ISSN (Print) - 0012-9976 | ISSN (Online) - 2349-8846

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Nuclear Power at What Cost?

The environmental movement, as it increasingly grapples with the ecological impossibilities posed by the commitment to open-ended economic growth, needs to move beyond its general silence in matters of realpolitik and engage more concretely in that sphere. The ongoing contests in India over the future of nuclear power - seen in Jaitapur and Koodankulam - are part of a fight over two broad visions of the future.

A widespread assumption in the current debate on nuclear power is that a rational decision is within reach, if only everyone had access to and was able to understand the science. This approach holds that opposing arguments can be presented, and out of that discord, a rational view validated by scientific understanding and technical soundness would emerge. The ongoing discussions about the safety of nuclear plants or impacts of radiation on human health or the lack of transparency of the nuclear establishment, illustrate this approach. However, it is worth asking whether the debate on nuclear power can be circumscribed by terms alone. What if the science is less than forthcoming with “certainty” and that catastrophic but minuscule risk is normal? What if the commitment to nuclear energy is a predetermined outcome of a particular arrangement of values, visions and ideological preferences? And what if these are less than ideal commitments for living in a shared and finite biosphere?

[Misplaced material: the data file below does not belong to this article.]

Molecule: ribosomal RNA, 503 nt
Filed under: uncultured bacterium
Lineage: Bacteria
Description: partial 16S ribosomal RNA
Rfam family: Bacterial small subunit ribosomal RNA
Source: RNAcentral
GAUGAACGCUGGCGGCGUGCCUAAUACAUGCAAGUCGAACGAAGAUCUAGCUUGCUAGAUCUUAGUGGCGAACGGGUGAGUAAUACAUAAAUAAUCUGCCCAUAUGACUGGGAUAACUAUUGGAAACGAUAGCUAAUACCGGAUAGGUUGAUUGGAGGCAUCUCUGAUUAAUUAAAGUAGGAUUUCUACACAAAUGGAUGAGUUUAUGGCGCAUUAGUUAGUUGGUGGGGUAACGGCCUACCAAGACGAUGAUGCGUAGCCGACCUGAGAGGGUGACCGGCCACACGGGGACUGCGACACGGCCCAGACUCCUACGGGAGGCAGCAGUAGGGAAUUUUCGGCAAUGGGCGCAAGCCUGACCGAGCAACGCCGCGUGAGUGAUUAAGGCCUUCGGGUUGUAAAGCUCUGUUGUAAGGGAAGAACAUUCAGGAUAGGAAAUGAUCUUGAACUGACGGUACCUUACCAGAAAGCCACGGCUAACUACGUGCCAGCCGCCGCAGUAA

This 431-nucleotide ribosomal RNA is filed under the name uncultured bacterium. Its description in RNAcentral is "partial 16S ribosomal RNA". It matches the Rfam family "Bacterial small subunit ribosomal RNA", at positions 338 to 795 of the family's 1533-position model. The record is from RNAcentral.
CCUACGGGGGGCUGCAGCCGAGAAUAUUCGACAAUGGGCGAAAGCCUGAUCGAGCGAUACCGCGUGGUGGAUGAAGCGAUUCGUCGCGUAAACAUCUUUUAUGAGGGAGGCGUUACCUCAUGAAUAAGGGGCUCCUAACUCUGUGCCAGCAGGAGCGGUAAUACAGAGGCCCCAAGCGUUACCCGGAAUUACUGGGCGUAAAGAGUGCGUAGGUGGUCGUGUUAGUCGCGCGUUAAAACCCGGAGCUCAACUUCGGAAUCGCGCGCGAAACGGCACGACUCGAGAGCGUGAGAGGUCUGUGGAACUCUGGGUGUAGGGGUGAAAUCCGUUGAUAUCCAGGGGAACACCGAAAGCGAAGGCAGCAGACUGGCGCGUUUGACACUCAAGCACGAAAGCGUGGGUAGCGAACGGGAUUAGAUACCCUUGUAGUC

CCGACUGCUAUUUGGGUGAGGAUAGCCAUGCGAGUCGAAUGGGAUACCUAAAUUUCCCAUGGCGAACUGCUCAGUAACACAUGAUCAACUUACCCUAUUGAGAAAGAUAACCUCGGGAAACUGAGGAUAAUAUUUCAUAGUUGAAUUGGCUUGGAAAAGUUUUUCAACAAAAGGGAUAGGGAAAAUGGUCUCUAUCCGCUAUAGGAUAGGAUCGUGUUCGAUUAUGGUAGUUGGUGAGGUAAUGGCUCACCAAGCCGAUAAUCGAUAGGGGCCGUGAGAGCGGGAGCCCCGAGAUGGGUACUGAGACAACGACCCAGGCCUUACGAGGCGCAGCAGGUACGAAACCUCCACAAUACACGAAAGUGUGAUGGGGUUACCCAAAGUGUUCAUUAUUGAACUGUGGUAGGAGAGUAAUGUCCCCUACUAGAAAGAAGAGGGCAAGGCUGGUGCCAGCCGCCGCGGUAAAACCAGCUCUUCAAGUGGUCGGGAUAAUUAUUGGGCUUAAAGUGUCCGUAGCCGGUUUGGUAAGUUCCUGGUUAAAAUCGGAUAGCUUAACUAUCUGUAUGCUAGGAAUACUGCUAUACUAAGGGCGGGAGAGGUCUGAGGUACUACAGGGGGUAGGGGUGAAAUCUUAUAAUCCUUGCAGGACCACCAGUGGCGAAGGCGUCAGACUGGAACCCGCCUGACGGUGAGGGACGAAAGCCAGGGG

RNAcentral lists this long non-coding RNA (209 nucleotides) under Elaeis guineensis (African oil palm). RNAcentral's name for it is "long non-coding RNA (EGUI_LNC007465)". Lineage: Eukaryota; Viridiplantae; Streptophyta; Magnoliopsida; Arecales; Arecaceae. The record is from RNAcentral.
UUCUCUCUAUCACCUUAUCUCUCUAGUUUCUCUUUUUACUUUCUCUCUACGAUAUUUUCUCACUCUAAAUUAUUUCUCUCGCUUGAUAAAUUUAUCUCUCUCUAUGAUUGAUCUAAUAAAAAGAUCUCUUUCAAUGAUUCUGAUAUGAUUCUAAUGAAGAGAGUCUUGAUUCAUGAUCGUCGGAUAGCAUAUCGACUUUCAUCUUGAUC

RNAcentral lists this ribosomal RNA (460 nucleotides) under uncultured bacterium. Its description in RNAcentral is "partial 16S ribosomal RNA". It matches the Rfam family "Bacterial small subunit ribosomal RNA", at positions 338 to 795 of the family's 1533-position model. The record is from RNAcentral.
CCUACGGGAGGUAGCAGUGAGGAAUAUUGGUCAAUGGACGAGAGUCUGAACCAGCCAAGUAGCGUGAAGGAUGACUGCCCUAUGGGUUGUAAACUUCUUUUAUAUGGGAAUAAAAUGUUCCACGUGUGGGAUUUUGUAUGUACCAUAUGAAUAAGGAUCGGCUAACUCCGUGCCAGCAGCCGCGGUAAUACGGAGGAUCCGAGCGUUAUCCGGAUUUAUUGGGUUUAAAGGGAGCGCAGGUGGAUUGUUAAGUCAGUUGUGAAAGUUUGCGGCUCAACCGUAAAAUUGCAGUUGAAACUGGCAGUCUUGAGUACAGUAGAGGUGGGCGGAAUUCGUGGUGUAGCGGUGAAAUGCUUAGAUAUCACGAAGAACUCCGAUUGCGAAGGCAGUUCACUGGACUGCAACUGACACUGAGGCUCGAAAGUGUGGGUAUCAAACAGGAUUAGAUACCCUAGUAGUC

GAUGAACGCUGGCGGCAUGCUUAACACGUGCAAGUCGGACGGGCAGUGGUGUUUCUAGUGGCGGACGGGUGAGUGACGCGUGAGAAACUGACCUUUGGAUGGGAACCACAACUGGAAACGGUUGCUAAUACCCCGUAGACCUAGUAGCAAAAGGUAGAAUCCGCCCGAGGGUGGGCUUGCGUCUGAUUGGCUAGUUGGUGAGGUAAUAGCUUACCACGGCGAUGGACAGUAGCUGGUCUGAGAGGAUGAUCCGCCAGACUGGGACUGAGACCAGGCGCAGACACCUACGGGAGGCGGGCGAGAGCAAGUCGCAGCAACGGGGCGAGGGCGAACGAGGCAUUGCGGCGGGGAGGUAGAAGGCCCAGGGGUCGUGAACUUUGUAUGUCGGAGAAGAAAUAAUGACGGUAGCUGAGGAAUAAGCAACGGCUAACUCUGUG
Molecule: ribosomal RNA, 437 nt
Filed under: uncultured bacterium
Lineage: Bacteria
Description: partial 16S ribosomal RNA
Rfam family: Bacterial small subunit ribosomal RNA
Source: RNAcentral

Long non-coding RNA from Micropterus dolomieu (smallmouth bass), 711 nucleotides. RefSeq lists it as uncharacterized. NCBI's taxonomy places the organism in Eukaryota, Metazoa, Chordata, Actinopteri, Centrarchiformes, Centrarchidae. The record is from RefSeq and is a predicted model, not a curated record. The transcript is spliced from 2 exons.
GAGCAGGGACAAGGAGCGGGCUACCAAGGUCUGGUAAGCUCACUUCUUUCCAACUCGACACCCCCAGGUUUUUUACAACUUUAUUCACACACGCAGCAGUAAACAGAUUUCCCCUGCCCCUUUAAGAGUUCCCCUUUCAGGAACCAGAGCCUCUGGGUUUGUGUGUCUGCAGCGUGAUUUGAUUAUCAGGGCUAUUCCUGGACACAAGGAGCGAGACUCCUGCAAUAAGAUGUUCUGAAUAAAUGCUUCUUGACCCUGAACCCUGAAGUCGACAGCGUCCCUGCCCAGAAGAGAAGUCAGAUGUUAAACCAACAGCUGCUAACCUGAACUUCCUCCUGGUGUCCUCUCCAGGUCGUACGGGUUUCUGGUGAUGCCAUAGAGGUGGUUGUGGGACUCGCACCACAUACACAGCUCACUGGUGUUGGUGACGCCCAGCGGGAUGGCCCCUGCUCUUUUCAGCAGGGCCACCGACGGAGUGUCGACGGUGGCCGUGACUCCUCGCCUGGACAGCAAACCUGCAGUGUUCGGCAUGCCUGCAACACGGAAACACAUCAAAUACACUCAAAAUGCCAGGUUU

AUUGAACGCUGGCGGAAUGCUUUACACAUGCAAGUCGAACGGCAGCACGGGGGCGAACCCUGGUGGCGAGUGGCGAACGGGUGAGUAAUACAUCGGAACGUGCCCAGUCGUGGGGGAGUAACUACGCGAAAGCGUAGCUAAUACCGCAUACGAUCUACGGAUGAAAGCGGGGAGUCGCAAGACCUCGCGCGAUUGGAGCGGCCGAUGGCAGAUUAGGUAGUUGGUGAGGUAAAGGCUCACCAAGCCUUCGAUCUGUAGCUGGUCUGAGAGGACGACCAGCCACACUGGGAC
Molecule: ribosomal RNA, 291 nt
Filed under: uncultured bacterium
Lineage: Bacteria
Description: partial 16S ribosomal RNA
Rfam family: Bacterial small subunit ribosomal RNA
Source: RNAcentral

Much is known about the technical, scientific and economic aspects of nuclear power. We can surmise that nuclear power is abundant, immensely powerful and expensive to build and insure. We know that it is not immune to accidents, which are rare, but impose multi-generational costs when they do occur. We know that the connections between radiation and public health are complex and scientists struggle to furnish results that are beyond debate. It has been understood, especially by early proponents that the safe operation of nuclear power demands “eternal vigilance” (Weinberg 1972: 34). Yet human institutions, even in relatively regimented social milieus such as Japan, have fallen short on this score. It is therefore reasonable to ask whether the “argumentative” (borrowed from Sen 2005) and far more spontaneous attitude that populates the Indian milieu is a suitable contender to deliver such vigilance. The absence of transparency and instances of incompetence (e g, the collapse during construction of a part of the inner containment dome at Kaiga unit one) that afflicts the atomic energy establishment serve to further erode confidence in nuclear power.

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